Four Ways to Play the Global Water Crisis

Written By Nick Hodge

Posted September 21, 2010

Natural resources can make us do crazy things — especially when there aren’t enough of them.

Take a developing story in the Pakistani tribal belt…

Despite intense flooding in part of the country, some regions are still as thirsty as ever. (You can check out another red herring flood article here.)

So thirsty, in fact, that a two-week war has broken out over water rights.

Though you probably haven’t seen it in the headlines, nearly 200 people have been killed since the Mangal tribe stopped water irrigation on lands used by the Tori tribe.

The scattered reports coming from the area claim, among other things, that “five villages were torched” and that “rival tribes are intermittently targeting each other’s positions with heavy and light weaponry.”

One website even reported “the situation was exacerbated after Taliban infiltrated the area” to target one of the tribes that happened to be Shia.

I’ve been saying for years that water is a terribly precious commodity — much more important than oil.

You can’t drink or cook with or bathe in oil…

But we humans seem to fall incredibly short when it comes to understanding problems of this scale.

The average person would probably tell you we have a limitless supply of water.

An infinite capacity to deny reality

Think there can’t be water war in the United States? There already is… It just hasn’t turned deadly yet.

In the Klamath River Basin of Oregon, farmers have been fighting the government for years about once-guaranteed but now cut-off irrigation channels. They’ve gone as far as breaking into the facilities that control water flow to redirect it to their farms.

Nevada infighting over water went all the way to the Supreme Court this June.

In Northern California, Chinatown II is unfolding. Three suits have been filed this month alleging illegal corporate ownership of water banks.

Georgia has sued Tennessee; Florida is fighting with Alabama.

It has led to what Robert Glennon, Professor of Law and Public Policy at the University of Arizona, calls “an infinite capacity to deny reality.”

If you can’t grasp what he’s talking about, just picture golf courses in Phoenix or swimming pools in Las Vegas.

More profitable than oil

Has anyone ever paid you not to use oil?


In Las Vegas, a $150 million initiative is underway to pay people to rip up their lush green lawns. So is a $3 billion pipeline to bring in water from a remote part of the state.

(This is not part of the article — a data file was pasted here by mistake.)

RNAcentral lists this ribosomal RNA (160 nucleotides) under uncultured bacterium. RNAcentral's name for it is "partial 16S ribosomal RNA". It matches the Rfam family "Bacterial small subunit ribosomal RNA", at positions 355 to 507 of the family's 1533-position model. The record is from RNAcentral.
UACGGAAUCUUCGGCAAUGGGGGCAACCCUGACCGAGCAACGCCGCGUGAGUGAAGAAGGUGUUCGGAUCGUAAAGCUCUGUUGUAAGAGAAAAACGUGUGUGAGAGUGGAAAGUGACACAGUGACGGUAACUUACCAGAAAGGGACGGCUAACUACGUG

You know Lake Mead is nearly dry, right?

Projects like this are about to be commonplace, so you’d better start getting your portfolio in order…

For me, there are three main areas of water investment: transportation, treatment, and desalination.

And in the past few days, these sectors have been rallying as water woes creep into Wall Street headlines.

Mueller Water (NYSE: MWA), a pipe and flow control provider, and Pall Corp. (NYSE: PLL), a filtration and purification specialist, are each up more than 10% in the past week.

You can also play water-dependent agricultural crops with ag ETFs, or look into water-focused ETFs like the Claymore S&P Global Water (NYSE: CGW) or the PowerShares Global Water (NYSE: PIO).

But those will all be plays on moving and treating existing freshwater sources.

The real money will be made in desalination by the companies that find a cheap way to convert saltwater from the ocean into usable water.

This new video details one company on the verge of such a breakthrough, using nuclear reactors to power desalination units.

The company already has interest from around the world — including from Pakistan’s neighbor, India.

Cheap, easy access to freshwater would go a long way to alleviate the problems detailed in this article. And it’ll be just as lucrative as finding an untapped reserve of easy-flowing oil.

But there’s only one company with several-times-your-money potential in the desalination sector. And word of it is getting out quickly, as this video starts popping up on investment sites all over the Web.

Call it like you see it,

Nick Hodge


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